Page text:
Senate race too close to call, according to poll

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Republican Pat Toomey and Democrat Joe Sestak were neck and neck as they left the gate in the general election race to succeed U.S. Sen. Arlen Specter.

A new survey from Public Policy Polling found the Pennsylvania Senate race tied, with Mr. Toomey and Mr. Sestak at 41 percent each. Eighteen percent of the 609 voters surveyed were undecided.

Mr. Sestak, a Democratic congressman, led in one May survey, but Mr. Toomey, a former state representative, has been the leader in the consensus of polls in recent months.

The PPP poll suggests ample opportunity for movement in this match-up, as neither candidate has a fully formed public profile at this early stage. The favorable/unfavorable numbers for each candidate were virtually even -- 29 percent/28 percent for Mr. Sestak, and 30 percent/28 percent for Mr. Toomey. Big pluralities of respondents -- 44 percent for Mr. Sestak and 43 percent for the Republican -- said they were not prepared to express an overall opinion on either contender.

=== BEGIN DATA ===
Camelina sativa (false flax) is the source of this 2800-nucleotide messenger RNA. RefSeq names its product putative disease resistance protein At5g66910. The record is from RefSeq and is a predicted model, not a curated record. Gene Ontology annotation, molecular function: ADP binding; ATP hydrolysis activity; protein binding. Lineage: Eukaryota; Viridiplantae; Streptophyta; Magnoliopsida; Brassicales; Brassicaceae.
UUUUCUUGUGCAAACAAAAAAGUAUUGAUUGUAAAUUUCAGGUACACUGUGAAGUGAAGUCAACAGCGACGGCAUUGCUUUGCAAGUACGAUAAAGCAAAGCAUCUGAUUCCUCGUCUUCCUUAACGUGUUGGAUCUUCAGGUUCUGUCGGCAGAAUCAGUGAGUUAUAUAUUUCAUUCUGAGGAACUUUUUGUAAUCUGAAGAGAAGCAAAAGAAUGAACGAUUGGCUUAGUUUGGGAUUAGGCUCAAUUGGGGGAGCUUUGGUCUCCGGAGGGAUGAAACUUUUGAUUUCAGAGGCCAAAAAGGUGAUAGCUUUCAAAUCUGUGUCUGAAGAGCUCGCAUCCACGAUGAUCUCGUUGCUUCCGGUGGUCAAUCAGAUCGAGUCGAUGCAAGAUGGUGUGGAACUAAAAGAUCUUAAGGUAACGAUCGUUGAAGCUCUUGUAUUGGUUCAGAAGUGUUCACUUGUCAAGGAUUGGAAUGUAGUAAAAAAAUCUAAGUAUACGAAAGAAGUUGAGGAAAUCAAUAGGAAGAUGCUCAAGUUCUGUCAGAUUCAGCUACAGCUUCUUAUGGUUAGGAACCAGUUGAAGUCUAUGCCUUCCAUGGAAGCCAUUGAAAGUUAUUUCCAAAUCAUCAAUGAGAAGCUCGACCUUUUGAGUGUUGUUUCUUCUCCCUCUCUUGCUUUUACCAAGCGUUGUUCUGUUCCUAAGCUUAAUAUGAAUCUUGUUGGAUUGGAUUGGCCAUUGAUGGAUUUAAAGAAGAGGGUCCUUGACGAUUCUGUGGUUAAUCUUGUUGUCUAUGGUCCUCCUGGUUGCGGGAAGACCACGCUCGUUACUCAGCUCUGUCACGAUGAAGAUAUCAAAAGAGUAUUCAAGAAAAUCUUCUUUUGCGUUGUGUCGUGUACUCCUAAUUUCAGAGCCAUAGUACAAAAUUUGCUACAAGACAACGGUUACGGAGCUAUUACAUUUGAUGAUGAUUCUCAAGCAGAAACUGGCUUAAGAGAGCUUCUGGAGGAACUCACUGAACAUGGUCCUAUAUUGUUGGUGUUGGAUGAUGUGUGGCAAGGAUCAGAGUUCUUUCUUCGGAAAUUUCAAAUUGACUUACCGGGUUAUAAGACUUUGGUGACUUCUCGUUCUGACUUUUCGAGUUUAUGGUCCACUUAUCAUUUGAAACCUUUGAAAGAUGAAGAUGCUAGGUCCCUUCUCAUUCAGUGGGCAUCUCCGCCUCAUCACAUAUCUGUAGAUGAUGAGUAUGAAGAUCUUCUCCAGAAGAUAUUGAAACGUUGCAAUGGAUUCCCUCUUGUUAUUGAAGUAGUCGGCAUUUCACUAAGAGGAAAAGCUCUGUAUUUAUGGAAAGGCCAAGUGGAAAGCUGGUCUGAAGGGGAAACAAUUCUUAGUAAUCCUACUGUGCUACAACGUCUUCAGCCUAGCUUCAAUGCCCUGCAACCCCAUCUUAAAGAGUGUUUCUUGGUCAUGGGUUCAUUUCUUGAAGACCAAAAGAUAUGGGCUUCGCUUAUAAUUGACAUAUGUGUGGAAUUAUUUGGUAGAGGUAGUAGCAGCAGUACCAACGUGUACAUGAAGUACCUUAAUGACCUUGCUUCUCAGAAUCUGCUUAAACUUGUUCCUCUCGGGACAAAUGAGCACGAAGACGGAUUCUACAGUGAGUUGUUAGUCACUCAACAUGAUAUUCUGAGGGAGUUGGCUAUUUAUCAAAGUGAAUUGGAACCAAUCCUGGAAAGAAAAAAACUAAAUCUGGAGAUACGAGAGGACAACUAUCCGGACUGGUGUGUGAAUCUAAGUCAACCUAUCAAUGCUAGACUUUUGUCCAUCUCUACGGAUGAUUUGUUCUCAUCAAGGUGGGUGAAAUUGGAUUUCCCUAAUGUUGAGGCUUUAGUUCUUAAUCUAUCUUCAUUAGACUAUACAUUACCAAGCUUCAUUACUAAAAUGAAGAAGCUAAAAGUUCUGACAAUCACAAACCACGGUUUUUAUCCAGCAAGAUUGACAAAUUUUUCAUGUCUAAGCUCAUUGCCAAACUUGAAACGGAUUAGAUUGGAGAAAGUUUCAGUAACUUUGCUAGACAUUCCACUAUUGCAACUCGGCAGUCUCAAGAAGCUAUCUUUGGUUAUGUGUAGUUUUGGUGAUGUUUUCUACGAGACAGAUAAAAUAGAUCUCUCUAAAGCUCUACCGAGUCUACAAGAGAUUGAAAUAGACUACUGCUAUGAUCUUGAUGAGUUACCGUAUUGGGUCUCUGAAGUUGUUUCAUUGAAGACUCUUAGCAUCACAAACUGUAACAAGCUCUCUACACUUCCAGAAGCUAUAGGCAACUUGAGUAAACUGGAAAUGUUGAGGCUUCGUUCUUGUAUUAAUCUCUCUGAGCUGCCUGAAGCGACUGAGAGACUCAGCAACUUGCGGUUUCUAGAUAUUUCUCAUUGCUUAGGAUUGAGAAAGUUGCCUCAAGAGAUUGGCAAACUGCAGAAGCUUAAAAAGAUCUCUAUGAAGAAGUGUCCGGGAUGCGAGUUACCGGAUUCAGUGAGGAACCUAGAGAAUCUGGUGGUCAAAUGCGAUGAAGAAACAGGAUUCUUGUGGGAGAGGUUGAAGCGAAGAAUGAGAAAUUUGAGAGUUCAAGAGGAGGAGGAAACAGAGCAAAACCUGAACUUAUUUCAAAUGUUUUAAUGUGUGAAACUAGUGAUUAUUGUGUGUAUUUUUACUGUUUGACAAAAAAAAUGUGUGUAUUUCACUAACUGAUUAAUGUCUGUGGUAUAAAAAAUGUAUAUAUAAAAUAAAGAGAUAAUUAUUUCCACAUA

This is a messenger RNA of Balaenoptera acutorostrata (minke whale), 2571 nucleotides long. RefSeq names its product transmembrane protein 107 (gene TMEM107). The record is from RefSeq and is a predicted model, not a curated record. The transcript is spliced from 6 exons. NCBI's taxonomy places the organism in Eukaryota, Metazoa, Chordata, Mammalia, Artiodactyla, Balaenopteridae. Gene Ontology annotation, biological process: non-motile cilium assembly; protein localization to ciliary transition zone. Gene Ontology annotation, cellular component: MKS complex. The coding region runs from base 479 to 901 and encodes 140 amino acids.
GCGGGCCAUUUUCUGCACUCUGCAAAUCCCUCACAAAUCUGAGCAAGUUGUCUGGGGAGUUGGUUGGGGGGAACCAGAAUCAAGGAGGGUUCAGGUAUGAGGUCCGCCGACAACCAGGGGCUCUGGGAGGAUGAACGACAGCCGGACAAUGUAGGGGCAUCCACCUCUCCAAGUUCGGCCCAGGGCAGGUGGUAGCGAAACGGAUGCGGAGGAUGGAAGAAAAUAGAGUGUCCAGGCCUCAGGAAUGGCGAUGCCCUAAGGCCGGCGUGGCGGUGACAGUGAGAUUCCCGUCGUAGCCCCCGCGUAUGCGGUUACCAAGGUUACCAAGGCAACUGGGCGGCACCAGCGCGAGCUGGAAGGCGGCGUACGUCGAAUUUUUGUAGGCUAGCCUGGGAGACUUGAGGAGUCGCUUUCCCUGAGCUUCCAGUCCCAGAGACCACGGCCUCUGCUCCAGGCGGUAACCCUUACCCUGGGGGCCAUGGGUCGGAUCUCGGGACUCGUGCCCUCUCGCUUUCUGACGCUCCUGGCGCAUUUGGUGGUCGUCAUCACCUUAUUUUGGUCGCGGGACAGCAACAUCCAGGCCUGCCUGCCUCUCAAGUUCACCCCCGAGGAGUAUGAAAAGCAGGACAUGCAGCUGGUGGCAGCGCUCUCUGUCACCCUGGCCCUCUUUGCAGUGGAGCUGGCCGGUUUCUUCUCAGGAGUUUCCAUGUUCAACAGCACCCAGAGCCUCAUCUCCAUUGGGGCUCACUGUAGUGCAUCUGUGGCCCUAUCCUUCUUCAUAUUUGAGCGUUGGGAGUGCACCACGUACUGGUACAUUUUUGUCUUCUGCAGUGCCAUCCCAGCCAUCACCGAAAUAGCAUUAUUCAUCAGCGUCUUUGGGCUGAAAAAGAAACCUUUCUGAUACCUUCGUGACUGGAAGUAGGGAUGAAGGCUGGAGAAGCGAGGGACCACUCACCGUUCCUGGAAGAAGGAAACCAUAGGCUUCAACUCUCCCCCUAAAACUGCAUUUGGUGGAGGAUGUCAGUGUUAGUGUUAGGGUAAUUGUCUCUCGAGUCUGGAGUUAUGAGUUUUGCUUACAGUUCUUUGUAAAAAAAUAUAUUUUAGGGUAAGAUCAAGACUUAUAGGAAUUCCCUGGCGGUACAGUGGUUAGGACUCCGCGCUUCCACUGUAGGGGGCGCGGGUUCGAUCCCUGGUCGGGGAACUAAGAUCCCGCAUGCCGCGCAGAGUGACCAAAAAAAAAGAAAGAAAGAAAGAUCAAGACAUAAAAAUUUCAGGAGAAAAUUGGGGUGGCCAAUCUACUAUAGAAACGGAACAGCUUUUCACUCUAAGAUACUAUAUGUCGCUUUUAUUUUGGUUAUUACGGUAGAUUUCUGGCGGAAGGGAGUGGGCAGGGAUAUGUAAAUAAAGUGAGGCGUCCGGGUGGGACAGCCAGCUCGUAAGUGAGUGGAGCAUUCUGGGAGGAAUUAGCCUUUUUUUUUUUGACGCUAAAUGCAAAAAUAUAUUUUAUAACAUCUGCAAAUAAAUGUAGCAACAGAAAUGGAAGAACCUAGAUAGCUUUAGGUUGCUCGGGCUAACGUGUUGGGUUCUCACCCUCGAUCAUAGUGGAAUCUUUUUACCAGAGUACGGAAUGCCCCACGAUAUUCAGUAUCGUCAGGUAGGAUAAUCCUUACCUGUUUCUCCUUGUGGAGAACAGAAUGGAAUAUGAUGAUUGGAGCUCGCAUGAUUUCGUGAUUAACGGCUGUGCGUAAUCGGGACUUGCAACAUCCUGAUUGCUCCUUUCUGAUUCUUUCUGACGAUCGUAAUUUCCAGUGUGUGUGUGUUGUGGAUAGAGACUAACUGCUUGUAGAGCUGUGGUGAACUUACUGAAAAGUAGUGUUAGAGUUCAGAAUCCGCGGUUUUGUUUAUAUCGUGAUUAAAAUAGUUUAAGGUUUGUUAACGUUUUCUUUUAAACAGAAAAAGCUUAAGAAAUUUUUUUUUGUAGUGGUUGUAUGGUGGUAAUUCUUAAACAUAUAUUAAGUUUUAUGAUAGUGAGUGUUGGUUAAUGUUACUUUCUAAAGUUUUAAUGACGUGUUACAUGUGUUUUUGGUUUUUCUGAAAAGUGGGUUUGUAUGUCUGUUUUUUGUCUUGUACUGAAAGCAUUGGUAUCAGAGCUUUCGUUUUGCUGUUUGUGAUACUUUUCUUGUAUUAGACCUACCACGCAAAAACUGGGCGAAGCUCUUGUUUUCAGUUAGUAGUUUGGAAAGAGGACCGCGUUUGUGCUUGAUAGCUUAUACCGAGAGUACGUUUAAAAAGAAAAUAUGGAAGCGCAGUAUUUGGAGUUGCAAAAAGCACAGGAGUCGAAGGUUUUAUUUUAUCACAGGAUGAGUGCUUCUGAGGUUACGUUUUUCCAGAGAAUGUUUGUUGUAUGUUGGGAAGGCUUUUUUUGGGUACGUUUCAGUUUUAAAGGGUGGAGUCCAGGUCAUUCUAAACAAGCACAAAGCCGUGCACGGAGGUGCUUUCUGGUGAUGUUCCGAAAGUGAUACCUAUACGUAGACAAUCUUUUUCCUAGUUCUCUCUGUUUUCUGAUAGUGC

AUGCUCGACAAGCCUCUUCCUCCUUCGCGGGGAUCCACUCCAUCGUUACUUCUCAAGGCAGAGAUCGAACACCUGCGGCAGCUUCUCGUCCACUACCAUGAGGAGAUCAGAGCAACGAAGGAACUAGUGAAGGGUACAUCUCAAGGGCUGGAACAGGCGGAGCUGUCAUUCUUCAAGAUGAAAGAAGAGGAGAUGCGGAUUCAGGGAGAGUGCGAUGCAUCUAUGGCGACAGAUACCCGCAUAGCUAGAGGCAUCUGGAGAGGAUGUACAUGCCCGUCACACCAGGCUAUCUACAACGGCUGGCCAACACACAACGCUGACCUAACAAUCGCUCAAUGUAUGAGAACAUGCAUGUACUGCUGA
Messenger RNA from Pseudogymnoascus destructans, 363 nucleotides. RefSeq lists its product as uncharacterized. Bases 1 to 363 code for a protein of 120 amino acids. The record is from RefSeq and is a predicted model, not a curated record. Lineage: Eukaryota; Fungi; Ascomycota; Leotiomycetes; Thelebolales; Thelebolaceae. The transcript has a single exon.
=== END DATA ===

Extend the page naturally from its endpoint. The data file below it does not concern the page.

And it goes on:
The results also suggested a slight gender gap in the contest, consistent with the frequent trend in American politics in which women disproportionately favor Democratic candidates and men are somewhat more likely to favor the GOP. While the overall sample tied, female voters favored Mr. Sestak, 42 percent to 38 percent, while men favored Mr. Toomey, 45 percent to 40 percent. Those margins, however, were at the outside edge of the survey's 4-percentage point margin for error.

In the last PPP Pennsylvania survey, while Mr. Sestak was in the midst of his primary fight against Mr. Specter for the Democratic nomination, Mr. Toomey led a trial heat by a margin of 42 percent to 36 percent.

The results were consistent with other recent surveys in showing erosion in the popularity of President Barack Obama in a state that he won by a landslide in 2008. Just 43 percent of those surveyed said they approved of Mr. Obama's job performance while 50 percent said they disapproved. Views on the Obama administration's health-care legislation were similar, with 40 percent expressing support and 51 percent opposition.

James O'Toole:


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